Four facts that will change relations between Christians and Jews in the next decade

Four facts that will change relations between Christians and Jews in the next decade

Four facts that will change relations between Christians and Jews in the next decade
As relations between Christians and Jews have changed and will change, we must change, too.
Credit: Religious News Service

By James Rudin

Four overarching realities will define relations between Christians and Jews in the coming years.

The first two, demography and geography, are linked. Since the fifth century, Europe and, more recently, North America, have been the centers of Christian population, clerical leadership and religious thought. Today, thanks to rapid population growth in South America, Africa and Asia, most of the world’s Christians reside in the Southern Hemisphere.

This trend is accelerating even as the number of Christians is holding steady or actually declining in Europe and North America, where Christians and Jews are older and fewer in number than their co-religionists in the rest of the world.

Recent figures report that since 2000, the Catholic population grew by 33% in Asia, by 15.6% in Africa, and by 10.9% in Central and South America. The increase in the European Catholic population since 2000 was only 1%.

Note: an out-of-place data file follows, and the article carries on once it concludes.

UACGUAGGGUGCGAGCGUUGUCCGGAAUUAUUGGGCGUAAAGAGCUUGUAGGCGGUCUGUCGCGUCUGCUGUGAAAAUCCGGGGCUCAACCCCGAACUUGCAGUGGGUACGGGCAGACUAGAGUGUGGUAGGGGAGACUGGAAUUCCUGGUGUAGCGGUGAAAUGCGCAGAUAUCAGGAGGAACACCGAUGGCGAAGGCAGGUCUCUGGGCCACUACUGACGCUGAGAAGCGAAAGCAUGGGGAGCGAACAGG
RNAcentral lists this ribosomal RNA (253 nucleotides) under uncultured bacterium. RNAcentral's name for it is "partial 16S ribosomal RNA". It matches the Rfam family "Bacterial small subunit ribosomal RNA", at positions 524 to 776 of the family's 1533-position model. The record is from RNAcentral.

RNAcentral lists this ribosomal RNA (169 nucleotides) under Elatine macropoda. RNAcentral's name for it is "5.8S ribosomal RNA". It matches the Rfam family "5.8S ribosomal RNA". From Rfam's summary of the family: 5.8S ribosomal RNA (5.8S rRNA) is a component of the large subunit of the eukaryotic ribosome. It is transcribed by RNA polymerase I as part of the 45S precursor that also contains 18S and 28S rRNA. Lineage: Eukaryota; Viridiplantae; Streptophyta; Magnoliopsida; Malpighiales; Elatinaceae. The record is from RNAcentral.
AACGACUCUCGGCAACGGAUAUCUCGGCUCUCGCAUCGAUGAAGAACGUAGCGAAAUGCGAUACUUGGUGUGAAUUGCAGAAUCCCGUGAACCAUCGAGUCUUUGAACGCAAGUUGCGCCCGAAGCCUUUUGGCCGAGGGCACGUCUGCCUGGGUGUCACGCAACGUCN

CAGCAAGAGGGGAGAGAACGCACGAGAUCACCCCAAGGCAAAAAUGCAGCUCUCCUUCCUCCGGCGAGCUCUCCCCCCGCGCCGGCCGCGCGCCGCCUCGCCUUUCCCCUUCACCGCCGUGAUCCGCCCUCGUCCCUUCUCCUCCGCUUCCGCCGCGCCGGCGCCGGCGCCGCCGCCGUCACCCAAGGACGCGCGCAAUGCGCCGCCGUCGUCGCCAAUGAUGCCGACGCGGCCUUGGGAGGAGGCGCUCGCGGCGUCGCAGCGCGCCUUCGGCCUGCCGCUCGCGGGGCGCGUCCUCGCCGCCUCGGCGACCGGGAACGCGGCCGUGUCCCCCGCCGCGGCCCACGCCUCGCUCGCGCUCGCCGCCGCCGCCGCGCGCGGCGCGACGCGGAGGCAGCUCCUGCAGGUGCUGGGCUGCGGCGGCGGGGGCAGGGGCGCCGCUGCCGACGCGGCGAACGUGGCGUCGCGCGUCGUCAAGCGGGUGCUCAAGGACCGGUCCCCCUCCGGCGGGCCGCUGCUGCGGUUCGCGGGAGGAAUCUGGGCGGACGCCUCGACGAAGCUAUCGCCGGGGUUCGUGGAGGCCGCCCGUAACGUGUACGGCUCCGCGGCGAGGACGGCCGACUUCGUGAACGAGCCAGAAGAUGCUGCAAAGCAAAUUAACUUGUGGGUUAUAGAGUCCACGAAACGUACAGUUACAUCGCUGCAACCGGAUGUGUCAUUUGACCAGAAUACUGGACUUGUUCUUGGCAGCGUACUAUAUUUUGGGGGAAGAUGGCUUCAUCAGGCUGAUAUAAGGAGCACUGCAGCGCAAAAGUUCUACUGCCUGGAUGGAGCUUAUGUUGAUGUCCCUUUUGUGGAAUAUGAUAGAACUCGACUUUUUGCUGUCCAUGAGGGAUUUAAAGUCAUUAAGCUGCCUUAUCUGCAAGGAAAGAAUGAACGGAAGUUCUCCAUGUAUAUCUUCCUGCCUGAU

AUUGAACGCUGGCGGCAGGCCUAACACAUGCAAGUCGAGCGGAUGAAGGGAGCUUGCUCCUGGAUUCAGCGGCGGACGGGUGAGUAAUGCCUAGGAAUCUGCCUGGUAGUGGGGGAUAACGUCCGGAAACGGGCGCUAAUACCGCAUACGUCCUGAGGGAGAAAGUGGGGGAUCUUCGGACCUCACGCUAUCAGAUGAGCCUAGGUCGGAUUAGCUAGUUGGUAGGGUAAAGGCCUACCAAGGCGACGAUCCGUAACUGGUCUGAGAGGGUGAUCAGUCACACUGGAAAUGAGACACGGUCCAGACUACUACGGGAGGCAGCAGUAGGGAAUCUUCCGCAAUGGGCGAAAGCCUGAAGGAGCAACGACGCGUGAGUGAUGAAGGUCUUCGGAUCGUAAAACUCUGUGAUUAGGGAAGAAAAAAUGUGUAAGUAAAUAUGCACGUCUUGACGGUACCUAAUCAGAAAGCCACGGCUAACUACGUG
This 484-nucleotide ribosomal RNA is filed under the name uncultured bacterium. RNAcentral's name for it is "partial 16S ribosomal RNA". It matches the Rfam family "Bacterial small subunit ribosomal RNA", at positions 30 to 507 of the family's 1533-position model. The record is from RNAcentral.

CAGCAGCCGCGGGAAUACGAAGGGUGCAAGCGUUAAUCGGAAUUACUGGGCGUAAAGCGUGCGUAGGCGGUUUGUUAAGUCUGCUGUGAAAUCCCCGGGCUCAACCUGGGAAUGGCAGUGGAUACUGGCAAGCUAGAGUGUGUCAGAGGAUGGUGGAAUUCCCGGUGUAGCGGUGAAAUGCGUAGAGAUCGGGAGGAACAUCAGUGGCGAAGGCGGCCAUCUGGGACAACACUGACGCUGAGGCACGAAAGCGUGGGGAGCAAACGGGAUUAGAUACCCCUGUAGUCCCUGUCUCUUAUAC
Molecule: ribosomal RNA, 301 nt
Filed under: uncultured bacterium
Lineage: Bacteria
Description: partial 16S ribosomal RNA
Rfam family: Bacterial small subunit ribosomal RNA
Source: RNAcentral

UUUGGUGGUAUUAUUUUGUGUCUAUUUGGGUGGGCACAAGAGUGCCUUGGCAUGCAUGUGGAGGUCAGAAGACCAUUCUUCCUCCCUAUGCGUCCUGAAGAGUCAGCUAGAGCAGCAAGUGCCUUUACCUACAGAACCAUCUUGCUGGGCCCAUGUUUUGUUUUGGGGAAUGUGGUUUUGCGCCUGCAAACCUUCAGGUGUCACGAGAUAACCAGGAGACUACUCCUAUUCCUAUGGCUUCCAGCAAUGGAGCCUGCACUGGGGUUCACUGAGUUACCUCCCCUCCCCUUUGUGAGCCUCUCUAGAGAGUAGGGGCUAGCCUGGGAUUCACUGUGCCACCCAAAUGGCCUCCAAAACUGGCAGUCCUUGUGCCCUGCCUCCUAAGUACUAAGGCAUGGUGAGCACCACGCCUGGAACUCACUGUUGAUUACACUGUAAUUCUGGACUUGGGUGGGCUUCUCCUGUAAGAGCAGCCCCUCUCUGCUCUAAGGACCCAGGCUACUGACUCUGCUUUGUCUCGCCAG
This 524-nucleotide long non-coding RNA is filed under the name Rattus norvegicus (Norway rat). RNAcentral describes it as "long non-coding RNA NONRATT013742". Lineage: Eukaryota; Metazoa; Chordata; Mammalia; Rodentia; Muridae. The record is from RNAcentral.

Pope Emeritus Benedict XVI repeatedly expressed concern about the shrinking number of professing Catholics on the European continent. The causes of the decline include the clergy sexual abuse scandals, the “secularization” of the “First World,” and the decreasing Catholic birth rate in North America and Europe.

This shift will influence both Christianity and Judaism in the 21st century, as the longtime spiritual, intellectual and population cores of Christianity and Judaism lose their dominance and influence. Already, Catholic priests and, importantly, cardinals are increasingly from Asia, the Americas or Africa.

Christians in Africa and Asia, in addition, have relatively minimal contact with large, viable Jewish communities. As a result, there is frequently a gap in their knowledge of and personal experience with Jews and Judaism. Similarly, Jews in Africa and Asia have limited contact with Christian clergy and laity.
With modern Israel’s creation in 1948, nearly 900,000 Jews from Africa and Asia immigrated to the Jewish state, most of them from communities in Iraq, Iran, Egypt, Libya, Tunisia, Morocco, Yemen and Ethiopia that had existed for more than 1,000 years. They are changing the dominant European makeup of modern Israel.

But they are also changing how the world experiences Judaism. For 2,000 years, the majority of Jews lived in the Diaspora outside of Israel. In the near future, if not already, more than half the world’s Jews will live in Israel, not Europe.

In a twist of history, the “Holy Land” is one of the few parts of the Middle East to harbor a growing Christian population. Israel will become  a different arena for Christian-Jewish relations than the United States and Europe; one where Jews are the majority and Christians the minority.